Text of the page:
hoon-cars-chopped-for-ses-trainingSES crew get cracking on an abandoned car once owned by a hoon.

SES volunteers last week demonstrated how seized hoon cars will assist in Jaws of Life training for road accident rescues.
Minister for Police and Emergency Services Kim Wells and Member for Evelyn Christine Fyffe attended the exercise in Lilydale, which saw two abandoned hoon cars seized by Victoria Police ripped apart by Lilydale SES Unit volunteers as they practiced car crash rescues.
“Last year, the Victorian Coalition Government was pleased to announce its support for a Victoria Police initiative that will see forfeited or abandoned hoon cars provided to CFA and SES for Jaws of Life training,” Mr Wells said.
“The Coalition Government has made a commitment to creating a safer road system, and we see the removal of these hoon cars from our roads for practical training of our SES and CFA members as a fantastic initiative.
“For the first time, SES volunteers and CFA members will have access to an ongoing supply of cars that can be used to simulate the rescue of a person trapped in a car.
“Previously these agencies had to rely on donations from wreckers or the local community and, while gratefully received, these vehicles were often not representative of the more modern types of vehicles that are encountered by road rescue crews.
“This partnership is a practical way to assist the SES and CFA and provides the necessary resources to better train their volunteers, which will increase their confidence and capability in dealing with real life road rescue situations.”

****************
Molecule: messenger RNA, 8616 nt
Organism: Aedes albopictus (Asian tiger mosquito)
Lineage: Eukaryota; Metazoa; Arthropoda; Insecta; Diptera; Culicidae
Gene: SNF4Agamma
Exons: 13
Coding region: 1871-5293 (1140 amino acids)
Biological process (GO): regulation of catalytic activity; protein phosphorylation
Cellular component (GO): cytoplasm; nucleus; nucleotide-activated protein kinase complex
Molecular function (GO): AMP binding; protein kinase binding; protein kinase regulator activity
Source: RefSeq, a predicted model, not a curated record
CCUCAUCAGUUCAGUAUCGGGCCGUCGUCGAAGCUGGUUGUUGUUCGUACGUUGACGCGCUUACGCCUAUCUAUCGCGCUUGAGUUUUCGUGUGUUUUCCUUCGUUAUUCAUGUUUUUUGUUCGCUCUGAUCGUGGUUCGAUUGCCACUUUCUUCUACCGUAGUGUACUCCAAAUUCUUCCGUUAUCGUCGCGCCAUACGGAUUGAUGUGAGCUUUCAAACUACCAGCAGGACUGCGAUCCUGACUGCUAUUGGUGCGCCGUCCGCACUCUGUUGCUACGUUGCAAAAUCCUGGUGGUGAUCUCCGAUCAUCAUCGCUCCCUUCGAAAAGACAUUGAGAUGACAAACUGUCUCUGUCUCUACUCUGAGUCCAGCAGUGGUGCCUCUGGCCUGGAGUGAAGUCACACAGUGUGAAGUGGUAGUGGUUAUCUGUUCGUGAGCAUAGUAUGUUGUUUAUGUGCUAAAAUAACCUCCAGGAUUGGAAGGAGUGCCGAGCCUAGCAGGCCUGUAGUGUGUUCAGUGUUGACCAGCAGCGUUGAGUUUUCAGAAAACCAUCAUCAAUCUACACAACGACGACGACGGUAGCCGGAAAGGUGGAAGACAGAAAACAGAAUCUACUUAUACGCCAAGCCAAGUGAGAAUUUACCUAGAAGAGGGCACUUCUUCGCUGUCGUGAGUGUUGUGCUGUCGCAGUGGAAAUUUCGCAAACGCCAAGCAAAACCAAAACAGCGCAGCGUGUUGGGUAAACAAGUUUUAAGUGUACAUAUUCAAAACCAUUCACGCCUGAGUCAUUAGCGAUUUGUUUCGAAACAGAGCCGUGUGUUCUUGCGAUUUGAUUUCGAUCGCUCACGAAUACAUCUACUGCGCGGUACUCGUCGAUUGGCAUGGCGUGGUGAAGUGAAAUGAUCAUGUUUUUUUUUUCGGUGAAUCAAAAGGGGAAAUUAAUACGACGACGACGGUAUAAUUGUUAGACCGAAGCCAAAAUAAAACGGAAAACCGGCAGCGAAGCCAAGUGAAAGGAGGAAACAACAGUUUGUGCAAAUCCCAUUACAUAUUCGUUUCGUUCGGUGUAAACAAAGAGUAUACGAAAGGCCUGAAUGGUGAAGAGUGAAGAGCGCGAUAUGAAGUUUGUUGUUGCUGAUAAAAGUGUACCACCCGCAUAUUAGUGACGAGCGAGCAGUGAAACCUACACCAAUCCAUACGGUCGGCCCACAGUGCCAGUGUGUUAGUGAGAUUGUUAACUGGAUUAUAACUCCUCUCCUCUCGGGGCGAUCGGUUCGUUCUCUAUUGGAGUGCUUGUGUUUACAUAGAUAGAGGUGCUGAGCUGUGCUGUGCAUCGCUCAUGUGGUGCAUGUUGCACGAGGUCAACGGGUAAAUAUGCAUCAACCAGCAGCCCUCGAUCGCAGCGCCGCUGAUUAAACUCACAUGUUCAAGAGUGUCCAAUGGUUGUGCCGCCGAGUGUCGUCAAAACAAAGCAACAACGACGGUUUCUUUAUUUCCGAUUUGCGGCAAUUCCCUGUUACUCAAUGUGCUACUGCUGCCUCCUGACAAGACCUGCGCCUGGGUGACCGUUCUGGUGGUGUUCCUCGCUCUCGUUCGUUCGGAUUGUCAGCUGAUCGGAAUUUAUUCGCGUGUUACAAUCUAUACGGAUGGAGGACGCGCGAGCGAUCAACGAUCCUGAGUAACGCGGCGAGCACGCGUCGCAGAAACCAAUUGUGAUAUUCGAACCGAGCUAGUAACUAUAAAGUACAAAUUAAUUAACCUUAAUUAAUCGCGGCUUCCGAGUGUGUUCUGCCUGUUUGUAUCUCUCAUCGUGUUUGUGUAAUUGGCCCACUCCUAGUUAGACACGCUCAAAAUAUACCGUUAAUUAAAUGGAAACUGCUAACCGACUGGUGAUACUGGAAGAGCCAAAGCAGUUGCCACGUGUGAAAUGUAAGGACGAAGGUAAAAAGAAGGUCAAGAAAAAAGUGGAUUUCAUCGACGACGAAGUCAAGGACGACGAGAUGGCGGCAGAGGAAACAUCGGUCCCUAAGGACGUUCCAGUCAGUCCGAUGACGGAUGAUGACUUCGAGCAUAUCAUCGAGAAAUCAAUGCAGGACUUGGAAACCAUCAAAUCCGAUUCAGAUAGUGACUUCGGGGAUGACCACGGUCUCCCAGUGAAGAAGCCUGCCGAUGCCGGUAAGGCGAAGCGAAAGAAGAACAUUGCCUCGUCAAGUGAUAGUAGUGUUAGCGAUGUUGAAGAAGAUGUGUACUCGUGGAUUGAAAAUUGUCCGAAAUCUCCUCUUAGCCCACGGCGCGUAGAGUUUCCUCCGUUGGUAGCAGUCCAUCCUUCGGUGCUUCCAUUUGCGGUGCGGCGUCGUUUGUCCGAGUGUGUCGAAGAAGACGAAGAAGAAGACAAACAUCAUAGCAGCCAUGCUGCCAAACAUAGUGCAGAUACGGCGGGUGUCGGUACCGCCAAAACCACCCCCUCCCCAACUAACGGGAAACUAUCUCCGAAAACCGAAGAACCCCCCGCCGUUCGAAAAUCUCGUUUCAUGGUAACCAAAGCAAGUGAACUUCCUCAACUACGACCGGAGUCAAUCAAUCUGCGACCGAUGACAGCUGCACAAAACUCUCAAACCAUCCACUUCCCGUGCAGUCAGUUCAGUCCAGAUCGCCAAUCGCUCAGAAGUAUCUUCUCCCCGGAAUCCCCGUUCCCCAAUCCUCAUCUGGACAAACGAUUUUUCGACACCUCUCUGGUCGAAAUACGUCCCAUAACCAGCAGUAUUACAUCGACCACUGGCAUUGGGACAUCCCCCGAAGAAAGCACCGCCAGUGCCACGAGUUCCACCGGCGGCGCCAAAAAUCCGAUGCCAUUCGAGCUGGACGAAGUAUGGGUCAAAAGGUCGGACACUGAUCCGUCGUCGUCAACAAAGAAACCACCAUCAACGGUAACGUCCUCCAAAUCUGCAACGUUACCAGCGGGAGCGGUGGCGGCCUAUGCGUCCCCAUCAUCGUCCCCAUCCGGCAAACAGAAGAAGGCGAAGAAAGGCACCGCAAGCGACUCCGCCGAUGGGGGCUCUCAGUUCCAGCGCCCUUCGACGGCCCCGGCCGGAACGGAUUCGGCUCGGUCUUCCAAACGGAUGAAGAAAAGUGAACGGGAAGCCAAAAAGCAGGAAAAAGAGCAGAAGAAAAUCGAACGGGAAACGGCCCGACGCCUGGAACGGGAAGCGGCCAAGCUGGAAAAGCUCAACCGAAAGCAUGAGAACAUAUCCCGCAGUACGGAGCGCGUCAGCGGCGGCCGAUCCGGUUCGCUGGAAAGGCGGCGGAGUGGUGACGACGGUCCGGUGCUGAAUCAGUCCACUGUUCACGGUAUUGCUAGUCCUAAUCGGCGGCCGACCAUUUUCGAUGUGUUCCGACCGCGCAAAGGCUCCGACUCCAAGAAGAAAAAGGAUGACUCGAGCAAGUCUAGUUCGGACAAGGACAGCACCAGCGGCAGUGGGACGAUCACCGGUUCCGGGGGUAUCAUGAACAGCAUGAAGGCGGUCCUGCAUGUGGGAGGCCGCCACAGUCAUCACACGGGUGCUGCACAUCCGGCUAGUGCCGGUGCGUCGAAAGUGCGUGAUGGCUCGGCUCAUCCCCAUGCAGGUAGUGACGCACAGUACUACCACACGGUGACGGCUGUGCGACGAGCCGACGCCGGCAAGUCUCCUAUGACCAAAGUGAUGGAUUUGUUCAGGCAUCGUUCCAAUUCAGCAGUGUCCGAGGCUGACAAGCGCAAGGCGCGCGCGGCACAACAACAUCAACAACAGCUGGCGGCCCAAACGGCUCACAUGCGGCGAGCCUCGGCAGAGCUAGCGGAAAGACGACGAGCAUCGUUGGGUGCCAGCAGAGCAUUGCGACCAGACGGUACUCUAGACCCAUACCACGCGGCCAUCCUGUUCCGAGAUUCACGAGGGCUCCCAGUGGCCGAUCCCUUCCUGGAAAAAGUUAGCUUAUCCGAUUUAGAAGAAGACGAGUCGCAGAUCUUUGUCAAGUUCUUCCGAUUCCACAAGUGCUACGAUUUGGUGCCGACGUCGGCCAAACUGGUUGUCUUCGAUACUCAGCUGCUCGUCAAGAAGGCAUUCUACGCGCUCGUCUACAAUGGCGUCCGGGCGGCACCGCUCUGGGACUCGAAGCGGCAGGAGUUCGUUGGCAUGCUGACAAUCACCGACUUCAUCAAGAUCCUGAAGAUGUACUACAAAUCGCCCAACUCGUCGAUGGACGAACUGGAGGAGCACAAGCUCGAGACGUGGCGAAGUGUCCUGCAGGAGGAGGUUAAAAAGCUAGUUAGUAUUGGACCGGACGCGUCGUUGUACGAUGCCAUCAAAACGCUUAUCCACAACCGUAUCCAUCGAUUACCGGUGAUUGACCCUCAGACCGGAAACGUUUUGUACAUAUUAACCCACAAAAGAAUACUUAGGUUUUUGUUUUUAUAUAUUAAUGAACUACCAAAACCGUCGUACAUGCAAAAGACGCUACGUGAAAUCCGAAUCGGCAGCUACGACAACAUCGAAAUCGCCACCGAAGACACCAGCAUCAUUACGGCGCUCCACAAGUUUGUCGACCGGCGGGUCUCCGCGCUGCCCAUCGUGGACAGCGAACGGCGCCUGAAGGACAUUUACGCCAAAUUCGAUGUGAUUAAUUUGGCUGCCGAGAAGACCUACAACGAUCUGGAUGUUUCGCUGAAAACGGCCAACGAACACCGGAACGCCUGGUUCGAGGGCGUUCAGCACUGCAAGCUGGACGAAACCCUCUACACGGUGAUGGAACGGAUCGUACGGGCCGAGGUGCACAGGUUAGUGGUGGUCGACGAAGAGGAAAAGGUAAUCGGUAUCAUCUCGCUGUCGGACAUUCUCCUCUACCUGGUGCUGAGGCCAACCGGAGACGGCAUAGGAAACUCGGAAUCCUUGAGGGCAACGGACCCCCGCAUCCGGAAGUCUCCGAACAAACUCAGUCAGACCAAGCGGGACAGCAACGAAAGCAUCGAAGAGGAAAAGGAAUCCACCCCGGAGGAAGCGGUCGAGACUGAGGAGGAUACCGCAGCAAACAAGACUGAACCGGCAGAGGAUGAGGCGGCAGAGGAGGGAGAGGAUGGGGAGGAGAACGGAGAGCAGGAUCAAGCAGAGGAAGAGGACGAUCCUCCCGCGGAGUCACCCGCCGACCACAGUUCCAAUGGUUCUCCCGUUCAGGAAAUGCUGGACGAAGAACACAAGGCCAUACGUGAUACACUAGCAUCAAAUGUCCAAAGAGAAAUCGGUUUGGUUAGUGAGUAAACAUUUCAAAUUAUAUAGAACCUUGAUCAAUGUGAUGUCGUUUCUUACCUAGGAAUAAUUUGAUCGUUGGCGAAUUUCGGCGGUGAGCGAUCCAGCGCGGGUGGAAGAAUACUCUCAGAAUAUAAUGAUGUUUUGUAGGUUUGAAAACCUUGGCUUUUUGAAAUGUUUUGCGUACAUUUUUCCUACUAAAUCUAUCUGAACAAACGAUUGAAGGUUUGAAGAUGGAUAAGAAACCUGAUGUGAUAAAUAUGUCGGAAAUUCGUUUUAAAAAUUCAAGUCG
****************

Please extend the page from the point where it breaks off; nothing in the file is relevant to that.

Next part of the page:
Hoons who refuse to pay their fines and impoundment costs at the expiry of the impoundment period will have their vehicle deemed abandoned and it will become the property of Victoria Police.
The Road Safety Act 1986 gives the Chief Commissioner of Police the authority to sell or otherwise dispose of a motor vehicle that is subject to a forfeiture order.
Mr Wells said the government’s tough anti-hoon legislation had been an effective sanction and resulted in Victoria Police impounding 4600 vehicles last year.
“The anti-hoon legislation sends a strong message to drivers that anti-social and illegal driving behaviour will not be tolerated,” Mr Wells said.
“These efforts also contributed to driving down the State’s 2013 road toll to the lowest in almost 90 years,” Mr Wells said.
Member for Evelyn Christine Fyffe welcomed the initiative, which will benefit the local Lilydale SES Unit which attends up to 800 call-outs per year.
“This is another great example of the Coalition Government, Victoria Police and emergency services, road safety partners and the local community working together to create safer roads,” Ms Fyffe said.
“The Coalition Government will continue to support police to target those drivers who engage in antisocial and illegal driving behaviour to reduce Victoria’s road toll even further,” Mr Wells said.